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You're over the hill and — along with everything else — your memory is slipping. Your doctor gives you a pill and, suddenly, you can remember your high school locker combination.
Science fiction? Maybe not. New research out of the U.S. holds out the hope of a superhuman assist for failing memories — and a badly-needed new therapy for Alzheimer's patients.
Read more: www.canada.com...
Br J Pharmacol. 2005 Apr;144(7):961-71.
Neuritic regeneration and synaptic reconstruction induced by withanolide A.
Kuboyama T, Tohda C, Komatsu K.
Research Center for Ethnomedicines, Institute of Natural Medicine, Toyama Medical and Pharmaceutical University, 2630 Sugitani, Toyama 930-0194, Japan.
We investigated whether withanolide A (WL-A), isolated from the Indian herbal drug Ashwagandha (root of Withania somnifera), could regenerate neurites and reconstruct synapses in severely damaged neurons. We also investigated the effect of WL-A on memory-deficient mice showing neuronal atrophy and synaptic loss in the brain. Axons, dendrites, presynapses, and postsynapses were visualized by immunostaining for phosphorylated neurofilament-H (NF-H), microtubule-associated protein 2 (MAP2), synaptophysin, and postsynaptic density-95 (PSD-95), respectively. Treatment with A beta(25-35) (10 microM) induced axonal and dendritic atrophy, and pre- and postsynaptic loss in cultured rat cortical neurons. Subsequent treatment with WL-A (1 microM) induced significant regeneration of both axons and dendrites, in addition to the reconstruction of pre- and postsynapses in the neurons. WL-A (10 micromol kg(-1) day(-1), for 13 days, p.o.) recovered A beta(25-35)-induced memory deficit in mice. At that time, the decline of axons, dendrites, and synapses in the cerebral cortex and hippocampus was almost recovered. WL-A is therefore an important candidate for the therapeutic treatment of neurodegenerative diseases, as it is able to reconstruct neuronal networks.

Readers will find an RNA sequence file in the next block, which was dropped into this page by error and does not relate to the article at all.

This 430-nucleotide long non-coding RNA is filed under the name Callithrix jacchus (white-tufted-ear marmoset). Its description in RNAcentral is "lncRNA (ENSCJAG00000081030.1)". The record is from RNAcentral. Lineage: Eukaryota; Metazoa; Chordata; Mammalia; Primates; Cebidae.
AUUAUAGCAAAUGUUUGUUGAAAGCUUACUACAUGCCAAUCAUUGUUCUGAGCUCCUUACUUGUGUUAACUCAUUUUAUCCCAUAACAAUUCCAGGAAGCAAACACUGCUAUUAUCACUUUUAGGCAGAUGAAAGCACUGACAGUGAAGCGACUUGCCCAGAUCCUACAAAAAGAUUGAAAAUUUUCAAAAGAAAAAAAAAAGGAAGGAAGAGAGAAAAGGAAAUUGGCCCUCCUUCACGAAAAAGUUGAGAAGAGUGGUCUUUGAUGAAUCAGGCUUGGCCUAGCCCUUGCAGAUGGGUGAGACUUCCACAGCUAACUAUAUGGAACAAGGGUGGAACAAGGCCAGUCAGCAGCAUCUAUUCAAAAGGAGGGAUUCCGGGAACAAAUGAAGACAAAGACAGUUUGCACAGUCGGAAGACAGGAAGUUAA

PMID: 15711595 [PubMed - indexed for MEDLINE]
Last in the series of Charlie Brooker's dark dramas. In the near future, everyone has access to a memory implant that records everything they do, see and hear - a sort of Sky Plus for the brain. You need never forget a face again... but is that always a good thing?
there was a story called...'Flowers for Algernon' by the Sci-Fi writer Heinlein